FOM: wider cultural significance, part 2

Stephen G Simpson simpson at
Tue Mar 2 02:41:58 EST 1999

This is the second in a series of FOM postings about the wider cultural
significance of f.o.m.


Jacques Dubucs 12 Feb 1999 06:02:14 wrote

 > After a long period of opprobrium ...  there is an increasingly
 > fashionable tendancy to consider again geometric reasoning by means
 > of diagrams or figures as somehow irreducible to logical
 > inference. ....

and in 16 Feb 1999 09:48:52

 > this train of thoughts, which emphazises rather strong precedence
 > of geometry over logic, is more represented in "continental" (i.e:
 > european) areas than elsewhere.

and from this arose a lively, ongoing, FOM discussion of the
relationship between geometrical reasoning and logical reasoning in
mathematics.  This is an excellent discussion.  I am learning a lot
from this discussion, expecially Seligman's postings on diagrammatic
reasoning and the postings of Shipman and Machover on visual proof.  I
want this discussion to continue in its current mathematical

At the same time, this thread also seems to tie in with a much
broader cultural/political/philosophical issue: `picturism', or: What
is the proper role of pictures in cognition?

My reference for picturism is Leonard Peikoff, `A Picture is Not an
Argument', The Intellectual Activist, vol. 13, no. 2, February 1999,
pages 7-23.  Peikoff explains:

  The appeal to pictures as the standard of truth is omnipresent
  in our society ... [many excellent examples omitted] ...  Should
  American troops enter Somalia?  Let the TV networks show emaciated
  children dying of hunger.  Should American troops leave Somalia?
  Let the networks show the naked corpse of an American soldier being
  dragged through the streets by the natives.  (Thanks to picturism,
  we now have foreign policy decided in essence by TV producers.) 

  ... I hold that the picture method of resolving disputes is
  espistemologically corrupt; ....

  I do not object to pictures used merely as illustrations, after it
  has been made clear that the pictures have no evidentiary
  significance.  What I object to is pictures used cognitively, in an
  abstract discussion, i.e., pictures used to try to solve, or even
  help solve, a problem in philosophy or politics.  A picture used in
  such a manner represents the antithesis of thought, of logic, of
  rational argument.


  Picturism is a form of epistemological manipulation of the viewer.
  He is inveigled into turning his mind passively to an isolated
  segment of a complex issue, which deflects him from the total.  ...


  Pictures, let me say, can sometimes be a necessary part of a process
  of cognition.  The proper pattern here is the one laid down in our
  courtrooms.  Take the O. J. Simpson case .... In legal terms, the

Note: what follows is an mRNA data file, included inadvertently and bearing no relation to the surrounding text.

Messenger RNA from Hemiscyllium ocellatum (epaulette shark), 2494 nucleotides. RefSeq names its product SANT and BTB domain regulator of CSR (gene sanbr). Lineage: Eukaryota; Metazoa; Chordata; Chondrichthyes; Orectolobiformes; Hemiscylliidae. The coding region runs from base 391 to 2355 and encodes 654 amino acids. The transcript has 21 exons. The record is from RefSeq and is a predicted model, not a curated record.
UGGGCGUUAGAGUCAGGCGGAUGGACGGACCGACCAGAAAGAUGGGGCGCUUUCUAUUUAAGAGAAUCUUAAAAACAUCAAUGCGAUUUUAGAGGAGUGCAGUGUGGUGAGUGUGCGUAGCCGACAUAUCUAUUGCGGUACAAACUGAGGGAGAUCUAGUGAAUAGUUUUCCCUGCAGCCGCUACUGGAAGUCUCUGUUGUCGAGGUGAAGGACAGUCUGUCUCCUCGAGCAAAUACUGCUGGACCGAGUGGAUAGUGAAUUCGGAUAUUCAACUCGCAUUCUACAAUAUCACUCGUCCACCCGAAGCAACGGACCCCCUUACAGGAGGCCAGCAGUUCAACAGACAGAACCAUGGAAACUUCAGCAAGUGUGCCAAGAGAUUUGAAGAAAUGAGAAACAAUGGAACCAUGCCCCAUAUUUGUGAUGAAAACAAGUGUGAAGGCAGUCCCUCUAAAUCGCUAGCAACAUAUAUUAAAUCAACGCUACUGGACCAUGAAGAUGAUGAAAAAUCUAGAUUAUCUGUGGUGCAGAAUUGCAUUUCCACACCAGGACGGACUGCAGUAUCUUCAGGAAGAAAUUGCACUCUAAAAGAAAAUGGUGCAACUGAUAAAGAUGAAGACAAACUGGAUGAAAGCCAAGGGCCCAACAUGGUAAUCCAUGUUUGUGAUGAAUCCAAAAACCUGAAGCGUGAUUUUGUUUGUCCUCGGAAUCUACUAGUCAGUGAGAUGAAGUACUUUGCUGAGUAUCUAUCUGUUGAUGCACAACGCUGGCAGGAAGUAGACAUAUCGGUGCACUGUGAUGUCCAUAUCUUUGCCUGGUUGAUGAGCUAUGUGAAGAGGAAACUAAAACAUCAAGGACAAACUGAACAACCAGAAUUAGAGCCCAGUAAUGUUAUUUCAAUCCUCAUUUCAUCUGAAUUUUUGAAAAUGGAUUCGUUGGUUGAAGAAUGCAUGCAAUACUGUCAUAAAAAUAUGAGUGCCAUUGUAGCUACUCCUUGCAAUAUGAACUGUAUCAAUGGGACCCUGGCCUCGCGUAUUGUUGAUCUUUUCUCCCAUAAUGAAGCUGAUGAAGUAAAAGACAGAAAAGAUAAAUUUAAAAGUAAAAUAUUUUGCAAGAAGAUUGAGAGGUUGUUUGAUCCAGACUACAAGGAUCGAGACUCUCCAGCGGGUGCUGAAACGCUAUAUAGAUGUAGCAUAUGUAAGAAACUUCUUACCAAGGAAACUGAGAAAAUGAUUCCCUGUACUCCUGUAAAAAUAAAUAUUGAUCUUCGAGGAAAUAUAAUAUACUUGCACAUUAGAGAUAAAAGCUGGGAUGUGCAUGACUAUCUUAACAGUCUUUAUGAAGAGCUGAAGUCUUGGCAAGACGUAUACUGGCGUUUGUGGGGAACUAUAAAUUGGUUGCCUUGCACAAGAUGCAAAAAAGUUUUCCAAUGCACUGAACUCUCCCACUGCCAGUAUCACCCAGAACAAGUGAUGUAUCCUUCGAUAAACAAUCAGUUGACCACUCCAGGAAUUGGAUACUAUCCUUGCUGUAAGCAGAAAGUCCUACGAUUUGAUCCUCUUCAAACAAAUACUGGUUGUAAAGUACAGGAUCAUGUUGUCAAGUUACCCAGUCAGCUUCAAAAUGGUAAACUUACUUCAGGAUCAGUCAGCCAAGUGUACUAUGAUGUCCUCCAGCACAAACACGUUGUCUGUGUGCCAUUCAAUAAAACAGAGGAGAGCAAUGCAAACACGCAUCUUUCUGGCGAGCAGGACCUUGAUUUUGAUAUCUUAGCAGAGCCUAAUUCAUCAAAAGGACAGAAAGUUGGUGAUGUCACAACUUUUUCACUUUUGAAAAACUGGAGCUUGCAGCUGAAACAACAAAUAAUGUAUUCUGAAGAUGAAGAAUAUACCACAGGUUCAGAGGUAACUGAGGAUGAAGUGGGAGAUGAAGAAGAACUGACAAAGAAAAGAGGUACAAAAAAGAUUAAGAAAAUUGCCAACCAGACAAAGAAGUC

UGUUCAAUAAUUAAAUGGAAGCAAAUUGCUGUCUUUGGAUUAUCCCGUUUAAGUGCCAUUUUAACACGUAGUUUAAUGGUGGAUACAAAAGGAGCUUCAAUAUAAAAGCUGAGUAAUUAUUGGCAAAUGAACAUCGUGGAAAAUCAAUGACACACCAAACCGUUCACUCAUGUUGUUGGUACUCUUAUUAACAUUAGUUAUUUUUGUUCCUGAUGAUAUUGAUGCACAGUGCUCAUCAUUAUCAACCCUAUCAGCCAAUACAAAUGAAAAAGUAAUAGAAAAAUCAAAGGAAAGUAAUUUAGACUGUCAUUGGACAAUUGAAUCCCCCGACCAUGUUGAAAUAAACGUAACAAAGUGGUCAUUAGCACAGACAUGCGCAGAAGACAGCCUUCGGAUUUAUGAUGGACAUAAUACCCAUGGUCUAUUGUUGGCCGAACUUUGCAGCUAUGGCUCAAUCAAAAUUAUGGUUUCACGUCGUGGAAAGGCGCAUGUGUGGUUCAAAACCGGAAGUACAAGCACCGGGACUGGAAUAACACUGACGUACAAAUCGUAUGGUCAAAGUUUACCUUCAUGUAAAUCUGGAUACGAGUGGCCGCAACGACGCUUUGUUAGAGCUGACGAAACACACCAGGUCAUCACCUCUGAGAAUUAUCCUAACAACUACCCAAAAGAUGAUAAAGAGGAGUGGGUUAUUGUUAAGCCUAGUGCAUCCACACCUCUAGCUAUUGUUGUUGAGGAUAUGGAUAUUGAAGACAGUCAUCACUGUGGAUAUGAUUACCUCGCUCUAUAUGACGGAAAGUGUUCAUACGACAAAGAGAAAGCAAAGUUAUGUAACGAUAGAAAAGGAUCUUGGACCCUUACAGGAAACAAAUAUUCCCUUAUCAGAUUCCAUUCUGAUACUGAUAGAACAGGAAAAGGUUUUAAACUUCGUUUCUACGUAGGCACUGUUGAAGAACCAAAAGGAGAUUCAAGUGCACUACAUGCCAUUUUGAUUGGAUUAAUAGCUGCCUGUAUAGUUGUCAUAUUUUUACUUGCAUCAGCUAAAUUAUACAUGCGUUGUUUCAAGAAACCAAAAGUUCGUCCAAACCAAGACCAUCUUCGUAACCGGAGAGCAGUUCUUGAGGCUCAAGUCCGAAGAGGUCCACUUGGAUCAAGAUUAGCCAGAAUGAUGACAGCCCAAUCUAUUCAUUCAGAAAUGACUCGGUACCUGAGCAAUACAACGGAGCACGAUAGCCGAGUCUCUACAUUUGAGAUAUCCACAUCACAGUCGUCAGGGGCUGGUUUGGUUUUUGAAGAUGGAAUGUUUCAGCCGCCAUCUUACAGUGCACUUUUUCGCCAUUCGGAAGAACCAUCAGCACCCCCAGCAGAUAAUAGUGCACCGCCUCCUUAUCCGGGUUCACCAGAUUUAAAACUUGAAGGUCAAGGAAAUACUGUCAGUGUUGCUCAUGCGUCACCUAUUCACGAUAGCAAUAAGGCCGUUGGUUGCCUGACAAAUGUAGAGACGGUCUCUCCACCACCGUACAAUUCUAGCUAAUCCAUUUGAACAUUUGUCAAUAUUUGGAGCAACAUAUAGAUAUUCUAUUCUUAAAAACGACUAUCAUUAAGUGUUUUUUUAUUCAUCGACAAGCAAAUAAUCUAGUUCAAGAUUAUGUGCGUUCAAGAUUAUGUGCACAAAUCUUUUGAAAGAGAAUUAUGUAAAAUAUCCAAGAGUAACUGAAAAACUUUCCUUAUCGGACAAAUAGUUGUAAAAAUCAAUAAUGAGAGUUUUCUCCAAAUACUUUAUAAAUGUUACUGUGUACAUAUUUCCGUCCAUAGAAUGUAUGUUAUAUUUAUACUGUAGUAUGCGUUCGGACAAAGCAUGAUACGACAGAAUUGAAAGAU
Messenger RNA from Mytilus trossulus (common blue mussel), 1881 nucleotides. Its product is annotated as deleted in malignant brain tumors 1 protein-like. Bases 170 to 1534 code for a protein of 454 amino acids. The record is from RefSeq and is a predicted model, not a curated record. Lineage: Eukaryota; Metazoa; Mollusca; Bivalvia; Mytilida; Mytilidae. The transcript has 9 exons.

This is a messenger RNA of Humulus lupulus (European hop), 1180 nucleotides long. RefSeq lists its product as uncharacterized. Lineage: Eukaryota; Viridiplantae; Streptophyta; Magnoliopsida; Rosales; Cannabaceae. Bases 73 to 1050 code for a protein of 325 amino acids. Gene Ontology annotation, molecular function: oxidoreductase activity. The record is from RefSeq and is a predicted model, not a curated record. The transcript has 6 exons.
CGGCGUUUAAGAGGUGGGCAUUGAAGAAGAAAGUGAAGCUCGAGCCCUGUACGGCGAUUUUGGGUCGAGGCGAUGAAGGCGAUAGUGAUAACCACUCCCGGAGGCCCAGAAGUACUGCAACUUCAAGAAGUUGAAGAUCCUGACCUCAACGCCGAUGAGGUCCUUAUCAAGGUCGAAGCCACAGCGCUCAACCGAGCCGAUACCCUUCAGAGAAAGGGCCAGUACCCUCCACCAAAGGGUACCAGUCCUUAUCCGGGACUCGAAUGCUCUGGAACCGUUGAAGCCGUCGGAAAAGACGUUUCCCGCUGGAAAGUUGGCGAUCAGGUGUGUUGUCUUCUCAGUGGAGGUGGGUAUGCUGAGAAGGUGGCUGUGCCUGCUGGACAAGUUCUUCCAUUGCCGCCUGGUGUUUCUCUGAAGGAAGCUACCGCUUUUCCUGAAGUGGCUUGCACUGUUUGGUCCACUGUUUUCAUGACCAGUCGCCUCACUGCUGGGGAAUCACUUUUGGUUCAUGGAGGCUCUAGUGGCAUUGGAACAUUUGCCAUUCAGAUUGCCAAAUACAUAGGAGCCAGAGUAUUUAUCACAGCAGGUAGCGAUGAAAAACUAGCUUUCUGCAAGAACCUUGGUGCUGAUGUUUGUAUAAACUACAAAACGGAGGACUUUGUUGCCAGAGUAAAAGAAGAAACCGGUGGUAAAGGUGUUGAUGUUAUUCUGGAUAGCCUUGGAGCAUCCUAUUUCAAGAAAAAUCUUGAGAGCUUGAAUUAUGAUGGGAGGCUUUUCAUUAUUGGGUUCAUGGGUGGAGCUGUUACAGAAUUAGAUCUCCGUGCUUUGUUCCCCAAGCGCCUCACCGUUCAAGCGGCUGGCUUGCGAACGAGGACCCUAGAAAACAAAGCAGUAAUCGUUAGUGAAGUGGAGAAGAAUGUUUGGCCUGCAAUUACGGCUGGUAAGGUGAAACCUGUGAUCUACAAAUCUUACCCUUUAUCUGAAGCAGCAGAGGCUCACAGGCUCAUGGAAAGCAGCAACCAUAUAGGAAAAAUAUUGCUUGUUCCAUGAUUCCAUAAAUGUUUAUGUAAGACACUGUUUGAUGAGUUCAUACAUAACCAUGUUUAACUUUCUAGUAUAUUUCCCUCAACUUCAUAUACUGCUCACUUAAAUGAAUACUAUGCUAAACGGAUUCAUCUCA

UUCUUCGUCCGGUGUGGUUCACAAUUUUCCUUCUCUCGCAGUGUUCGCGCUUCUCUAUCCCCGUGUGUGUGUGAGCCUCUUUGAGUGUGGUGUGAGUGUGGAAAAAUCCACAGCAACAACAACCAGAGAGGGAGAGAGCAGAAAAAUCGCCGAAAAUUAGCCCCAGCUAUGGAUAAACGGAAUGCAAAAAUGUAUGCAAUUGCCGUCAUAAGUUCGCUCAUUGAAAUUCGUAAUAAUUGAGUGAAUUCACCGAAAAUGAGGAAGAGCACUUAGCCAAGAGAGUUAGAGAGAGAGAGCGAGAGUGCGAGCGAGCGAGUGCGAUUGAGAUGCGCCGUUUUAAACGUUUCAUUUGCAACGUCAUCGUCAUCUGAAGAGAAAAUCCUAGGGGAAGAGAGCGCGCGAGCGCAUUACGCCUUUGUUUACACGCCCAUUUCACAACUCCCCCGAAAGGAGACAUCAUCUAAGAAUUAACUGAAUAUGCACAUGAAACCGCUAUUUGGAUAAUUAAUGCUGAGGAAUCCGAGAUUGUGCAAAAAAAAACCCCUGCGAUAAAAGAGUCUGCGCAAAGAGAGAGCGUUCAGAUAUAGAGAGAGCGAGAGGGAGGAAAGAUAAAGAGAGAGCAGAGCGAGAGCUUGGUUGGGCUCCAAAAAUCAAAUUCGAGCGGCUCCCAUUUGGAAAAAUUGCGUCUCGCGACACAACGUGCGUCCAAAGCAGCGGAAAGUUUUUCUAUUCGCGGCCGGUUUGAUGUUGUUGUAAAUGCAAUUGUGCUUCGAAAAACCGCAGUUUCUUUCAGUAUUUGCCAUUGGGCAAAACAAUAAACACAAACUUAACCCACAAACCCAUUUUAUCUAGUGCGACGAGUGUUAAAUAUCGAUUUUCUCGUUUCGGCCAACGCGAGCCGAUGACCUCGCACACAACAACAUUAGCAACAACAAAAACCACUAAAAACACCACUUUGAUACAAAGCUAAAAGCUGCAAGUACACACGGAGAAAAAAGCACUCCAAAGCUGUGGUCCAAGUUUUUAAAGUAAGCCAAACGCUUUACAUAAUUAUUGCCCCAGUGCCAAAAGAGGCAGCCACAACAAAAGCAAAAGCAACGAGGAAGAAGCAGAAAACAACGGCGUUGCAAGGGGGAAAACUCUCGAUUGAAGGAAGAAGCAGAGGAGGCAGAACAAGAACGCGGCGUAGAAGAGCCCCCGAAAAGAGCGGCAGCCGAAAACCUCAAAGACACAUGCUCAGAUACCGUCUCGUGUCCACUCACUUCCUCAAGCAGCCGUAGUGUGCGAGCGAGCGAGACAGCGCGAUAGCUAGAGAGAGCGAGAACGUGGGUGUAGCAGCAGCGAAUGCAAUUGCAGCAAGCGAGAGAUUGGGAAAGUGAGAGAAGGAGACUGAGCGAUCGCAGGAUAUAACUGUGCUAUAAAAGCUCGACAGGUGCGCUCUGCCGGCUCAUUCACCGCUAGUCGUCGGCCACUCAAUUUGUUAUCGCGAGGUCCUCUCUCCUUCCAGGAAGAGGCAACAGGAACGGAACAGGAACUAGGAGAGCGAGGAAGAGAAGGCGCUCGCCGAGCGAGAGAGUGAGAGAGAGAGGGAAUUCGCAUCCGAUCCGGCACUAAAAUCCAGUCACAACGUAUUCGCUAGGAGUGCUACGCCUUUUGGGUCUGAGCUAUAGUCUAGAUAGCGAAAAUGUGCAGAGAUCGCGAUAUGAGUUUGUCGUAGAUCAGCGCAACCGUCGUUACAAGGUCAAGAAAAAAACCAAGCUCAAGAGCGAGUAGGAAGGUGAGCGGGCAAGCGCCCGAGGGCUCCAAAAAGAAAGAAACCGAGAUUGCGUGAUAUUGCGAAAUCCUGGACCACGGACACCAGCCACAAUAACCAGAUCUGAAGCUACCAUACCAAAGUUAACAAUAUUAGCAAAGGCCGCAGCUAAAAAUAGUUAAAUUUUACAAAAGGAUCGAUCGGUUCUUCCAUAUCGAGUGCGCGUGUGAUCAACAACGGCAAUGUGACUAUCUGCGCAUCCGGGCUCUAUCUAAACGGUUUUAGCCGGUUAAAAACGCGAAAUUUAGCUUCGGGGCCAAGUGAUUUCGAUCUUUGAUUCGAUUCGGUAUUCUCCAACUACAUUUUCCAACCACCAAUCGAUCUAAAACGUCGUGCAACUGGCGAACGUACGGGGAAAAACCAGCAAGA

pictures were *probative*. ....  

  In dramatic contrast to a murder trial, the issues which people
  dispute in philosophy and politics always involve broad
  generalizations or principles; ....  In philosophy and politics, a
  picture is *always* prejudicial, never probative.  The picture
  offers perceptual data only, ....

To summarize, our culture harbors a `picturist' trend that wants to
replace logical argument by graphic pictures.  And Peikoff opposes
this trend by taking a strong anti-picture, pro-logic stand, at least
with respect to politics and philosophy.

Now compare this to our geometrical reasoning thread here on FOM.  I
am *not* trying to say that the two issues are one.  It may be
possible to eschew pictures in philosophical/political disputes yet
find appropriate roles for them in mathematics.  For my part, although
I agree with Peikoff on the need to reject `picturism' in philosophy
and politics, I also think Seligman and Shipman here on FOM have made
a pretty good case for `diagrammatic reasoning' and `visual proof' in

Nevertheless, there seem to be some close parallels here.  In
politics, `picturism' disintegrates cognition by causing the viewer to
function at the perceptual rather than the conceptual level.  In
mathematics, pictures can mislead in a somewhat similar manner.  This
seems to be more than just a vague analogy.  In addition, I see a
fairly clear cultural connection.  This comes out when continental
mathematicians and philosophers go overboard with claims that
geometrical reasoning is *irreducible* to logical reasoning, or that
pictorial proof can or should *displace* logical proof.  It seems to
me that some of this is partly motivated by some sort of postmodern
hostility or rebellion.  The target of the rebellion seems to be logic
and rational argument in mathematics.  The connection to `picturism'
in politics seems evident.

Am I way off-base about this?  I don't want to overstate this cultural
connection.  Still, there seems to be something there ....

-- Steve

More information about the FOM mailing list